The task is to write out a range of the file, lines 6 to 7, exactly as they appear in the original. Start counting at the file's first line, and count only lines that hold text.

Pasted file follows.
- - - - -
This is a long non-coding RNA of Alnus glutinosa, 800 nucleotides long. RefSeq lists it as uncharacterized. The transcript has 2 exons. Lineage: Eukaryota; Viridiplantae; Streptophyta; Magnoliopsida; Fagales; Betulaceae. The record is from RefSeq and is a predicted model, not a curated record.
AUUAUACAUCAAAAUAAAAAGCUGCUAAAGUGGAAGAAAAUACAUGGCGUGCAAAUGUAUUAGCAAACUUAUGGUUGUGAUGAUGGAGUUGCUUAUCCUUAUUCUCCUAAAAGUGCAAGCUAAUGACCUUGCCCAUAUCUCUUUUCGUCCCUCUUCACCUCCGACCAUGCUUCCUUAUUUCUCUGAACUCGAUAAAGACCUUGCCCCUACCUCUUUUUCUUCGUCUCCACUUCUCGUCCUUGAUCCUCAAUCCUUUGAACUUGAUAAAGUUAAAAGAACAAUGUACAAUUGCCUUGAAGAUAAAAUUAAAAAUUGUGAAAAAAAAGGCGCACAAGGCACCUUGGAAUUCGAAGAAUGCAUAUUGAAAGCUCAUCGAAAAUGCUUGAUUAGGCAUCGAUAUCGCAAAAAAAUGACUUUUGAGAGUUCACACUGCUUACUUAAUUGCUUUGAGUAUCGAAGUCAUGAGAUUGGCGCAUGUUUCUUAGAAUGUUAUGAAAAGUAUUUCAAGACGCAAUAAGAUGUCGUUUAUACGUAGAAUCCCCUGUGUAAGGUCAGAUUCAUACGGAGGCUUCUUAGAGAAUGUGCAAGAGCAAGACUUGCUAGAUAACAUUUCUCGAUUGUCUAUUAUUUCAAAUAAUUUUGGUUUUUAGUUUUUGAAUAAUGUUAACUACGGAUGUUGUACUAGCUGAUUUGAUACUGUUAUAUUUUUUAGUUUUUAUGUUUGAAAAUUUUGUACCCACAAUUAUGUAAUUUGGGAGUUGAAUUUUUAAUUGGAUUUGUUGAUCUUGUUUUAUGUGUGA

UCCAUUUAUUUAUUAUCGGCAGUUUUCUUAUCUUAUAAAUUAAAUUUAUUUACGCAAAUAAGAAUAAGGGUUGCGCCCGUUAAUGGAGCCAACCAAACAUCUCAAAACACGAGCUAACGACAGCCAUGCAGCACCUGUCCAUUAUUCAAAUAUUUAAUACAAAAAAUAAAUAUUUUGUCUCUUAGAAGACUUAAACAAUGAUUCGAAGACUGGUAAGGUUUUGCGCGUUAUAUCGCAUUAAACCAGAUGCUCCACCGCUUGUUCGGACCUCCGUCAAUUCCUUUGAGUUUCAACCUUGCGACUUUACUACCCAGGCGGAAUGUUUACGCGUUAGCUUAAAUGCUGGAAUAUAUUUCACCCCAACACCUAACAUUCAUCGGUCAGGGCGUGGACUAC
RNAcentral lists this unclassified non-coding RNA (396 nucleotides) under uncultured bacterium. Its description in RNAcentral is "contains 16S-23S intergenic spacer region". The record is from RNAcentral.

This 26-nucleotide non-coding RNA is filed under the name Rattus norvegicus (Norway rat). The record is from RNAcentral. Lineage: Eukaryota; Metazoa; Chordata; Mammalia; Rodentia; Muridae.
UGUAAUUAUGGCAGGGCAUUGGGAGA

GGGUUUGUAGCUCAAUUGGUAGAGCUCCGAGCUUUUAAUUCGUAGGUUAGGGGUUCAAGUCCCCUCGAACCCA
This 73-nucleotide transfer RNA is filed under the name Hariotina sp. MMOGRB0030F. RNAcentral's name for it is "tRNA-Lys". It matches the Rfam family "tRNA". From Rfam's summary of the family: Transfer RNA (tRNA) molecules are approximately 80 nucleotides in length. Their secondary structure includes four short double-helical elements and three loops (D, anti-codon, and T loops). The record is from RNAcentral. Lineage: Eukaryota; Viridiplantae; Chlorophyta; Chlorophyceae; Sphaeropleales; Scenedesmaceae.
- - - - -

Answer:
UGUAAUUAUGGCAGGGCAUUGGGAGA

GGGUUUGUAGCUCAAUUGGUAGAGCUCCGAGCUUUUAAUUCGUAGGUUAGGGGUUCAAGUCCCCUCGAACCCA